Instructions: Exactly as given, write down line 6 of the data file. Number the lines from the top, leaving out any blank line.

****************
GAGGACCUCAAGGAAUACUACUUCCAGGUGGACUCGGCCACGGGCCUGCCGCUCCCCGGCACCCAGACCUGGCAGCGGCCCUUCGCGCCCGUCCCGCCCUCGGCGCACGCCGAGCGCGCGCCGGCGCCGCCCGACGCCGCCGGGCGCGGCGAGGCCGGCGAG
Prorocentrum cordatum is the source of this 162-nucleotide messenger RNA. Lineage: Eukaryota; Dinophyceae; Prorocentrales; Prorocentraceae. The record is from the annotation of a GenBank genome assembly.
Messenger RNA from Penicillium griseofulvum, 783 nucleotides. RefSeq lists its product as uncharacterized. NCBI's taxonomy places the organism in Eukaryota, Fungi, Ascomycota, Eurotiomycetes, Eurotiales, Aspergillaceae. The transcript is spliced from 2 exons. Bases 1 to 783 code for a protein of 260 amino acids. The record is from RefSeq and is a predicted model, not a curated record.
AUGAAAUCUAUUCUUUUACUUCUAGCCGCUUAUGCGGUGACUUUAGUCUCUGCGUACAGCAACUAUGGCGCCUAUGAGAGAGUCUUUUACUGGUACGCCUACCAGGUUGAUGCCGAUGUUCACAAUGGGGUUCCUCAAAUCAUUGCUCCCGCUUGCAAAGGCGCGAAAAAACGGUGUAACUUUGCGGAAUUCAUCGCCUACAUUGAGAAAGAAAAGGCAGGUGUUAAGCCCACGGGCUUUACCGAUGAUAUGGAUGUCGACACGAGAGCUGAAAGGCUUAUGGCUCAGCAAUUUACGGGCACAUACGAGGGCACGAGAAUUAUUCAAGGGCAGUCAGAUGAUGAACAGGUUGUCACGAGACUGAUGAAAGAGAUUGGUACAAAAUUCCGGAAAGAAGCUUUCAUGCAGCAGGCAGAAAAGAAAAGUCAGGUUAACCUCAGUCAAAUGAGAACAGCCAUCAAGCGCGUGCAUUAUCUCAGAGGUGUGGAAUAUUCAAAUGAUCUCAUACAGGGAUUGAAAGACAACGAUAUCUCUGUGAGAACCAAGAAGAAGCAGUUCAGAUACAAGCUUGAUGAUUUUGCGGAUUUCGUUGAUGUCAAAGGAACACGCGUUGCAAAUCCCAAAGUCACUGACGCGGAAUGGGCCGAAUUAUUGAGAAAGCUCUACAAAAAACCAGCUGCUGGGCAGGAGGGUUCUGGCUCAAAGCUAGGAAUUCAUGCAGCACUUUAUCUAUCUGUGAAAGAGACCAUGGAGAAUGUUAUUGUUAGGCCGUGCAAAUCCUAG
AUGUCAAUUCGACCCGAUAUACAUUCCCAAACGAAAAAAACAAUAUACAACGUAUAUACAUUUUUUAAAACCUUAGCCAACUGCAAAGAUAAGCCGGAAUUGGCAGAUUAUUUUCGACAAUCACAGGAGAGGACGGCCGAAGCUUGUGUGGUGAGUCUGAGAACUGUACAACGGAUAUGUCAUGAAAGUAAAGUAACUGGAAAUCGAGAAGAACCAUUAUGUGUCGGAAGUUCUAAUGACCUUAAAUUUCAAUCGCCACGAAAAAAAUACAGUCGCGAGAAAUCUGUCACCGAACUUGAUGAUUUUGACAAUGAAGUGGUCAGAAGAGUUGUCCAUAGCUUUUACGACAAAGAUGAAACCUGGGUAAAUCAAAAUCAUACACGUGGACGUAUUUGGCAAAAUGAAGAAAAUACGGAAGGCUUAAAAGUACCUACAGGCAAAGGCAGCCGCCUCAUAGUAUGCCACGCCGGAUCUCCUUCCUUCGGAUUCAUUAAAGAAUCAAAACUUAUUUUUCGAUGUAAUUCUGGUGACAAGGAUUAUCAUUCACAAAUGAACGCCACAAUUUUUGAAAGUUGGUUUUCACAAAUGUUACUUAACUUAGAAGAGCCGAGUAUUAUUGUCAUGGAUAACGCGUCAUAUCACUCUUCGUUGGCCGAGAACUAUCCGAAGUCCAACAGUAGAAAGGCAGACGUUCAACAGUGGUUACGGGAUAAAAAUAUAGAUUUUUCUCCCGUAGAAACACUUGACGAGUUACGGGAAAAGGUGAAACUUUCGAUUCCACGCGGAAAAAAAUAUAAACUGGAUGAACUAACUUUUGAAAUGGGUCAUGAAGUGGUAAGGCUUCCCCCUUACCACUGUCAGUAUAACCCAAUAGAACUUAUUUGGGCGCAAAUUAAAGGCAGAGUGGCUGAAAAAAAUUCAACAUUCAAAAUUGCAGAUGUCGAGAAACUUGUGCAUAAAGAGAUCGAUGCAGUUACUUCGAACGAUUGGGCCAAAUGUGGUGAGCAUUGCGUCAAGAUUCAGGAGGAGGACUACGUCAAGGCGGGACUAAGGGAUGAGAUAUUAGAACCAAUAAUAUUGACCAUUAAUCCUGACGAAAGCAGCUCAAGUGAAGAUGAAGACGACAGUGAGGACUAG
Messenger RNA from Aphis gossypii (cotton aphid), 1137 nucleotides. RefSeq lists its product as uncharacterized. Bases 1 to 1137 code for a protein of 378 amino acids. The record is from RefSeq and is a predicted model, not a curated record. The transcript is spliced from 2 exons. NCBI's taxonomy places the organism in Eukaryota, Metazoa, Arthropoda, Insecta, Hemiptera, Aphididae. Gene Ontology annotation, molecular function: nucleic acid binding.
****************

Messenger RNA from Aphis gossypii (cotton aphid), 1137 nucleotides. RefSeq lists its product as uncharacterized. Bases 1 to 1137 code for a protein of 378 amino acids. The record is from RefSeq and is a predicted model, not a curated record. The transcript is spliced from 2 exons. NCBI's taxonomy places the organism in Eukaryota, Metazoa, Arthropoda, Insecta, Hemiptera, Aphididae. Gene Ontology annotation, molecular function: nucleic acid binding.